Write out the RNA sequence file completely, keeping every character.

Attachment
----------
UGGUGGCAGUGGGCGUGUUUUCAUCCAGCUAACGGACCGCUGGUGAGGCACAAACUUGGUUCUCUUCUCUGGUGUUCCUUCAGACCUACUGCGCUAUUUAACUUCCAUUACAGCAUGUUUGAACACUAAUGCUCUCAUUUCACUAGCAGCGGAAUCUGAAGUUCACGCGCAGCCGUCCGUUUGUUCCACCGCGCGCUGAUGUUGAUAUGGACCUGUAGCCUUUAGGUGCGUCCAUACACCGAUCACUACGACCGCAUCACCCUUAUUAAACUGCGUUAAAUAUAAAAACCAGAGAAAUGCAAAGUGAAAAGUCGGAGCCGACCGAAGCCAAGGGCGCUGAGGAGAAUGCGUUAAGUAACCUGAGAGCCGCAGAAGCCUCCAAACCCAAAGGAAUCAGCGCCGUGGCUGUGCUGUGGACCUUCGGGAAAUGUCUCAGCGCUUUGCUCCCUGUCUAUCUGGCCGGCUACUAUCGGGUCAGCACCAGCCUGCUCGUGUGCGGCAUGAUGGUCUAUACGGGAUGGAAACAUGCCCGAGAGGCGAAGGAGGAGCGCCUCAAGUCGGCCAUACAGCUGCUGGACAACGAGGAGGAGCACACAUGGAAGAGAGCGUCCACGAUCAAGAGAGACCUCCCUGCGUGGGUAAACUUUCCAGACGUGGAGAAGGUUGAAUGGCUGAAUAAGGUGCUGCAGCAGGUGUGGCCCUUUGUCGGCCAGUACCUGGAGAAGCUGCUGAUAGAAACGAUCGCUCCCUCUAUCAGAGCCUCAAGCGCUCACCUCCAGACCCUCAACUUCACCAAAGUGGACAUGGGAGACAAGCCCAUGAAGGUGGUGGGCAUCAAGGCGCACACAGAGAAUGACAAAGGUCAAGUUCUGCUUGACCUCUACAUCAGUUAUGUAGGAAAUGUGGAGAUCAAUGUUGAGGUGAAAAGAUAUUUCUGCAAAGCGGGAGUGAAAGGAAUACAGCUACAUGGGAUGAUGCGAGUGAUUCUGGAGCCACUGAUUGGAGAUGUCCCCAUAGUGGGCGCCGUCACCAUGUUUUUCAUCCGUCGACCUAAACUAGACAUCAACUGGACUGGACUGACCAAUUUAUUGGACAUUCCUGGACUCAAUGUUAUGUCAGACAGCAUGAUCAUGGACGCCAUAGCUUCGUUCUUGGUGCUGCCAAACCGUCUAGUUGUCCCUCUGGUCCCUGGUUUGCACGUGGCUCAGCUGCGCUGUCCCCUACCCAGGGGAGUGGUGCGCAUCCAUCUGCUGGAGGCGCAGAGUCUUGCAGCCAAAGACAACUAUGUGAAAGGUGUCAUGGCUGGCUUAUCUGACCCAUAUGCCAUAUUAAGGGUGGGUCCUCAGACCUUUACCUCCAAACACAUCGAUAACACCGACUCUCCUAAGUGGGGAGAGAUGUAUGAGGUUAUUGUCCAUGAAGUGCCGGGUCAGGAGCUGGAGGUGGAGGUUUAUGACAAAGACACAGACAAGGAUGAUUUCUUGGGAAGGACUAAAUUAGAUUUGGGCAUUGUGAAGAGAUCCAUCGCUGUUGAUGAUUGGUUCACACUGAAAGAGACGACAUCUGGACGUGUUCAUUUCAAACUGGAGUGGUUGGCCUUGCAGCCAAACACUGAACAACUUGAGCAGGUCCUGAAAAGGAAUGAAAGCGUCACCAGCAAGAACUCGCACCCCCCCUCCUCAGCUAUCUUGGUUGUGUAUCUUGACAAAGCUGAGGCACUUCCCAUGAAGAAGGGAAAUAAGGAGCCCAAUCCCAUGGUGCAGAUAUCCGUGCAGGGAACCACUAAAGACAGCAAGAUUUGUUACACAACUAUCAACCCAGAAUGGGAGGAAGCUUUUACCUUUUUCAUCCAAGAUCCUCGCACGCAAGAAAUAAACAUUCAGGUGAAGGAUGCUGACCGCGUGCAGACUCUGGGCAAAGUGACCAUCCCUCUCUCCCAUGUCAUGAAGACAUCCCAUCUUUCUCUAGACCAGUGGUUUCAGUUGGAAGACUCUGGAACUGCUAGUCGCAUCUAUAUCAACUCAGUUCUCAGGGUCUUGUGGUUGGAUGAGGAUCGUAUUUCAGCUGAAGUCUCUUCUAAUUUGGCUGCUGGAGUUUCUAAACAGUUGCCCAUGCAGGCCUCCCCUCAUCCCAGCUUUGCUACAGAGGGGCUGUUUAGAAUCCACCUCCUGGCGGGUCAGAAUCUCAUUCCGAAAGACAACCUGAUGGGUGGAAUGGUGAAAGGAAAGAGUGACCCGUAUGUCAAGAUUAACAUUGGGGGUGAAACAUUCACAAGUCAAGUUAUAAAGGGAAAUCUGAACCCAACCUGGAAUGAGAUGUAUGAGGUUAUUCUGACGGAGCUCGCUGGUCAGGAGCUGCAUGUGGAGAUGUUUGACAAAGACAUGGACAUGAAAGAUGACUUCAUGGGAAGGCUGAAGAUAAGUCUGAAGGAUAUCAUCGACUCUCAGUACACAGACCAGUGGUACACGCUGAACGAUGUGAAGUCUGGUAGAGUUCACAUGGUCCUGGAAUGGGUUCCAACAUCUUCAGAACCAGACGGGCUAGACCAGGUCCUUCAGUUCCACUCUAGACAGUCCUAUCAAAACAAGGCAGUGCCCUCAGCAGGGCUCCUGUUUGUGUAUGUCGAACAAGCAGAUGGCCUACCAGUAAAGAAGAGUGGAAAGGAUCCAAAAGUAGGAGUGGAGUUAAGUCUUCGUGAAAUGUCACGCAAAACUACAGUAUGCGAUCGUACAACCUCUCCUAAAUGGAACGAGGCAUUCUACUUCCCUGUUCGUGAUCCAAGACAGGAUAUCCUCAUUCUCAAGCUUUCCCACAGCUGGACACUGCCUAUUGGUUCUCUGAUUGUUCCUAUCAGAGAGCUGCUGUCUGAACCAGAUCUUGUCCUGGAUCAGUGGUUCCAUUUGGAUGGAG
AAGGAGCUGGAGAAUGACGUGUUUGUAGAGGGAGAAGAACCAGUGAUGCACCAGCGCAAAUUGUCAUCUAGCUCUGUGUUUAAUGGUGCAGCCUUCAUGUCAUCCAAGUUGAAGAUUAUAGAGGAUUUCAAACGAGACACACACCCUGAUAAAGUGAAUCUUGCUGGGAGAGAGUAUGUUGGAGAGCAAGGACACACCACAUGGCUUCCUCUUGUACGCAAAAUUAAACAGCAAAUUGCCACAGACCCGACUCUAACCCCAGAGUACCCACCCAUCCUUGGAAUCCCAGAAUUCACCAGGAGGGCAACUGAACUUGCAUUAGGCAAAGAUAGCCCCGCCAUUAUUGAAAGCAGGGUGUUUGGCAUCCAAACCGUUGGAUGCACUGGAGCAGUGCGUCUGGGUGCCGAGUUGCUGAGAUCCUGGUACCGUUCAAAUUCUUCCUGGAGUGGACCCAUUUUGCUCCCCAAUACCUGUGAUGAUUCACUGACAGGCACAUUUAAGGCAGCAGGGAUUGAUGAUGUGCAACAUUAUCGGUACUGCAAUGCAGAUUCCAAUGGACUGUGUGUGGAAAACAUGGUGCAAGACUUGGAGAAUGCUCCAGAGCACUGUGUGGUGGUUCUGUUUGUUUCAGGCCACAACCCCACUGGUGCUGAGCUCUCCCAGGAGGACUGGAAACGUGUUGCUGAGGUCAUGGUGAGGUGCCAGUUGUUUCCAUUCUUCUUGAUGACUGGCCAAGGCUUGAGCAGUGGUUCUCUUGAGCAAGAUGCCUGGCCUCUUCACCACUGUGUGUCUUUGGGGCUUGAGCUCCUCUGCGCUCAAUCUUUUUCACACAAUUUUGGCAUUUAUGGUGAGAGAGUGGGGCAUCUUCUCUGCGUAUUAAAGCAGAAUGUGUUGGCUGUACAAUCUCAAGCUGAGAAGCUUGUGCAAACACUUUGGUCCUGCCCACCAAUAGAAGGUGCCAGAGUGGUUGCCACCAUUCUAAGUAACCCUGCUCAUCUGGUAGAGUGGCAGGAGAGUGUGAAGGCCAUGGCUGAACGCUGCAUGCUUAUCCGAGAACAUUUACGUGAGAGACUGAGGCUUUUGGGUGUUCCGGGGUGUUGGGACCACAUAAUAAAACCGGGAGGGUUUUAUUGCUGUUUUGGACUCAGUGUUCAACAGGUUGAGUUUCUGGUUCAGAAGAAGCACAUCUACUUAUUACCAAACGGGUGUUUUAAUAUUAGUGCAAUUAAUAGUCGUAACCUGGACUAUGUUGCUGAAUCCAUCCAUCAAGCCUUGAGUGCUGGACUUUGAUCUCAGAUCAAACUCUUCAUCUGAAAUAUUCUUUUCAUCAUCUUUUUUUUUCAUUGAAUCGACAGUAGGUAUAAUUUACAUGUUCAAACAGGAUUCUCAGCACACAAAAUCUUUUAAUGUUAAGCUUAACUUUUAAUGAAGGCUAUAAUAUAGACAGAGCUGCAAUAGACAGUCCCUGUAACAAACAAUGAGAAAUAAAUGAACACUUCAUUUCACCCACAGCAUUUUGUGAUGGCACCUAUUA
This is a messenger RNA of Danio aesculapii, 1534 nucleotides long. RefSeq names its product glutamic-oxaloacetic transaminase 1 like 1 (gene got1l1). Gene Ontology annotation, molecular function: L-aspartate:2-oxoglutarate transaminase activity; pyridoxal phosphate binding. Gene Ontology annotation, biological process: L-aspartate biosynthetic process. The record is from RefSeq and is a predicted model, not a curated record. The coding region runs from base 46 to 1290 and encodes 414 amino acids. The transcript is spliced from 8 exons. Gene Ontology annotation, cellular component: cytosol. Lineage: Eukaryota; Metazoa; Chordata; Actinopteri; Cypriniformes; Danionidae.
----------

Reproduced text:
UGGUGGCAGUGGGCGUGUUUUCAUCCAGCUAACGGACCGCUGGUGAGGCACAAACUUGGUUCUCUUCUCUGGUGUUCCUUCAGACCUACUGCGCUAUUUAACUUCCAUUACAGCAUGUUUGAACACUAAUGCUCUCAUUUCACUAGCAGCGGAAUCUGAAGUUCACGCGCAGCCGUCCGUUUGUUCCACCGCGCGCUGAUGUUGAUAUGGACCUGUAGCCUUUAGGUGCGUCCAUACACCGAUCACUACGACCGCAUCACCCUUAUUAAACUGCGUUAAAUAUAAAAACCAGAGAAAUGCAAAGUGAAAAGUCGGAGCCGACCGAAGCCAAGGGCGCUGAGGAGAAUGCGUUAAGUAACCUGAGAGCCGCAGAAGCCUCCAAACCCAAAGGAAUCAGCGCCGUGGCUGUGCUGUGGACCUUCGGGAAAUGUCUCAGCGCUUUGCUCCCUGUCUAUCUGGCCGGCUACUAUCGGGUCAGCACCAGCCUGCUCGUGUGCGGCAUGAUGGUCUAUACGGGAUGGAAACAUGCCCGAGAGGCGAAGGAGGAGCGCCUCAAGUCGGCCAUACAGCUGCUGGACAACGAGGAGGAGCACACAUGGAAGAGAGCGUCCACGAUCAAGAGAGACCUCCCUGCGUGGGUAAACUUUCCAGACGUGGAGAAGGUUGAAUGGCUGAAUAAGGUGCUGCAGCAGGUGUGGCCCUUUGUCGGCCAGUACCUGGAGAAGCUGCUGAUAGAAACGAUCGCUCCCUCUAUCAGAGCCUCAAGCGCUCACCUCCAGACCCUCAACUUCACCAAAGUGGACAUGGGAGACAAGCCCAUGAAGGUGGUGGGCAUCAAGGCGCACACAGAGAAUGACAAAGGUCAAGUUCUGCUUGACCUCUACAUCAGUUAUGUAGGAAAUGUGGAGAUCAAUGUUGAGGUGAAAAGAUAUUUCUGCAAAGCGGGAGUGAAAGGAAUACAGCUACAUGGGAUGAUGCGAGUGAUUCUGGAGCCACUGAUUGGAGAUGUCCCCAUAGUGGGCGCCGUCACCAUGUUUUUCAUCCGUCGACCUAAACUAGACAUCAACUGGACUGGACUGACCAAUUUAUUGGACAUUCCUGGACUCAAUGUUAUGUCAGACAGCAUGAUCAUGGACGCCAUAGCUUCGUUCUUGGUGCUGCCAAACCGUCUAGUUGUCCCUCUGGUCCCUGGUUUGCACGUGGCUCAGCUGCGCUGUCCCCUACCCAGGGGAGUGGUGCGCAUCCAUCUGCUGGAGGCGCAGAGUCUUGCAGCCAAAGACAACUAUGUGAAAGGUGUCAUGGCUGGCUUAUCUGACCCAUAUGCCAUAUUAAGGGUGGGUCCUCAGACCUUUACCUCCAAACACAUCGAUAACACCGACUCUCCUAAGUGGGGAGAGAUGUAUGAGGUUAUUGUCCAUGAAGUGCCGGGUCAGGAGCUGGAGGUGGAGGUUUAUGACAAAGACACAGACAAGGAUGAUUUCUUGGGAAGGACUAAAUUAGAUUUGGGCAUUGUGAAGAGAUCCAUCGCUGUUGAUGAUUGGUUCACACUGAAAGAGACGACAUCUGGACGUGUUCAUUUCAAACUGGAGUGGUUGGCCUUGCAGCCAAACACUGAACAACUUGAGCAGGUCCUGAAAAGGAAUGAAAGCGUCACCAGCAAGAACUCGCACCCCCCCUCCUCAGCUAUCUUGGUUGUGUAUCUUGACAAAGCUGAGGCACUUCCCAUGAAGAAGGGAAAUAAGGAGCCCAAUCCCAUGGUGCAGAUAUCCGUGCAGGGAACCACUAAAGACAGCAAGAUUUGUUACACAACUAUCAACCCAGAAUGGGAGGAAGCUUUUACCUUUUUCAUCCAAGAUCCUCGCACGCAAGAAAUAAACAUUCAGGUGAAGGAUGCUGACCGCGUGCAGACUCUGGGCAAAGUGACCAUCCCUCUCUCCCAUGUCAUGAAGACAUCCCAUCUUUCUCUAGACCAGUGGUUUCAGUUGGAAGACUCUGGAACUGCUAGUCGCAUCUAUAUCAACUCAGUUCUCAGGGUCUUGUGGUUGGAUGAGGAUCGUAUUUCAGCUGAAGUCUCUUCUAAUUUGGCUGCUGGAGUUUCUAAACAGUUGCCCAUGCAGGCCUCCCCUCAUCCCAGCUUUGCUACAGAGGGGCUGUUUAGAAUCCACCUCCUGGCGGGUCAGAAUCUCAUUCCGAAAGACAACCUGAUGGGUGGAAUGGUGAAAGGAAAGAGUGACCCGUAUGUCAAGAUUAACAUUGGGGGUGAAACAUUCACAAGUCAAGUUAUAAAGGGAAAUCUGAACCCAACCUGGAAUGAGAUGUAUGAGGUUAUUCUGACGGAGCUCGCUGGUCAGGAGCUGCAUGUGGAGAUGUUUGACAAAGACAUGGACAUGAAAGAUGACUUCAUGGGAAGGCUGAAGAUAAGUCUGAAGGAUAUCAUCGACUCUCAGUACACAGACCAGUGGUACACGCUGAACGAUGUGAAGUCUGGUAGAGUUCACAUGGUCCUGGAAUGGGUUCCAACAUCUUCAGAACCAGACGGGCUAGACCAGGUCCUUCAGUUCCACUCUAGACAGUCCUAUCAAAACAAGGCAGUGCCCUCAGCAGGGCUCCUGUUUGUGUAUGUCGAACAAGCAGAUGGCCUACCAGUAAAGAAGAGUGGAAAGGAUCCAAAAGUAGGAGUGGAGUUAAGUCUUCGUGAAAUGUCACGCAAAACUACAGUAUGCGAUCGUACAACCUCUCCUAAAUGGAACGAGGCAUUCUACUUCCCUGUUCGUGAUCCAAGACAGGAUAUCCUCAUUCUCAAGCUUUCCCACAGCUGGACACUGCCUAUUGGUUCUCUGAUUGUUCCUAUCAGAGAGCUGCUGUCUGAACCAGAUCUUGUCCUGGAUCAGUGGUUCCAUUUGGAUGGAG
AAGGAGCUGGAGAAUGACGUGUUUGUAGAGGGAGAAGAACCAGUGAUGCACCAGCGCAAAUUGUCAUCUAGCUCUGUGUUUAAUGGUGCAGCCUUCAUGUCAUCCAAGUUGAAGAUUAUAGAGGAUUUCAAACGAGACACACACCCUGAUAAAGUGAAUCUUGCUGGGAGAGAGUAUGUUGGAGAGCAAGGACACACCACAUGGCUUCCUCUUGUACGCAAAAUUAAACAGCAAAUUGCCACAGACCCGACUCUAACCCCAGAGUACCCACCCAUCCUUGGAAUCCCAGAAUUCACCAGGAGGGCAACUGAACUUGCAUUAGGCAAAGAUAGCCCCGCCAUUAUUGAAAGCAGGGUGUUUGGCAUCCAAACCGUUGGAUGCACUGGAGCAGUGCGUCUGGGUGCCGAGUUGCUGAGAUCCUGGUACCGUUCAAAUUCUUCCUGGAGUGGACCCAUUUUGCUCCCCAAUACCUGUGAUGAUUCACUGACAGGCACAUUUAAGGCAGCAGGGAUUGAUGAUGUGCAACAUUAUCGGUACUGCAAUGCAGAUUCCAAUGGACUGUGUGUGGAAAACAUGGUGCAAGACUUGGAGAAUGCUCCAGAGCACUGUGUGGUGGUUCUGUUUGUUUCAGGCCACAACCCCACUGGUGCUGAGCUCUCCCAGGAGGACUGGAAACGUGUUGCUGAGGUCAUGGUGAGGUGCCAGUUGUUUCCAUUCUUCUUGAUGACUGGCCAAGGCUUGAGCAGUGGUUCUCUUGAGCAAGAUGCCUGGCCUCUUCACCACUGUGUGUCUUUGGGGCUUGAGCUCCUCUGCGCUCAAUCUUUUUCACACAAUUUUGGCAUUUAUGGUGAGAGAGUGGGGCAUCUUCUCUGCGUAUUAAAGCAGAAUGUGUUGGCUGUACAAUCUCAAGCUGAGAAGCUUGUGCAAACACUUUGGUCCUGCCCACCAAUAGAAGGUGCCAGAGUGGUUGCCACCAUUCUAAGUAACCCUGCUCAUCUGGUAGAGUGGCAGGAGAGUGUGAAGGCCAUGGCUGAACGCUGCAUGCUUAUCCGAGAACAUUUACGUGAGAGACUGAGGCUUUUGGGUGUUCCGGGGUGUUGGGACCACAUAAUAAAACCGGGAGGGUUUUAUUGCUGUUUUGGACUCAGUGUUCAACAGGUUGAGUUUCUGGUUCAGAAGAAGCACAUCUACUUAUUACCAAACGGGUGUUUUAAUAUUAGUGCAAUUAAUAGUCGUAACCUGGACUAUGUUGCUGAAUCCAUCCAUCAAGCCUUGAGUGCUGGACUUUGAUCUCAGAUCAAACUCUUCAUCUGAAAUAUUCUUUUCAUCAUCUUUUUUUUUCAUUGAAUCGACAGUAGGUAUAAUUUACAUGUUCAAACAGGAUUCUCAGCACACAAAAUCUUUUAAUGUUAAGCUUAACUUUUAAUGAAGGCUAUAAUAUAGACAGAGCUGCAAUAGACAGUCCCUGUAACAAACAAUGAGAAAUAAAUGAACACUUCAUUUCACCCACAGCAUUUUGUGAUGGCACCUAUUA
This is a messenger RNA of Danio aesculapii, 1534 nucleotides long. RefSeq names its product glutamic-oxaloacetic transaminase 1 like 1 (gene got1l1). Gene Ontology annotation, molecular function: L-aspartate:2-oxoglutarate transaminase activity; pyridoxal phosphate binding. Gene Ontology annotation, biological process: L-aspartate biosynthetic process. The record is from RefSeq and is a predicted model, not a curated record. The coding region runs from base 46 to 1290 and encodes 414 amino acids. The transcript is spliced from 8 exons. Gene Ontology annotation, cellular component: cytosol. Lineage: Eukaryota; Metazoa; Chordata; Actinopteri; Cypriniformes; Danionidae.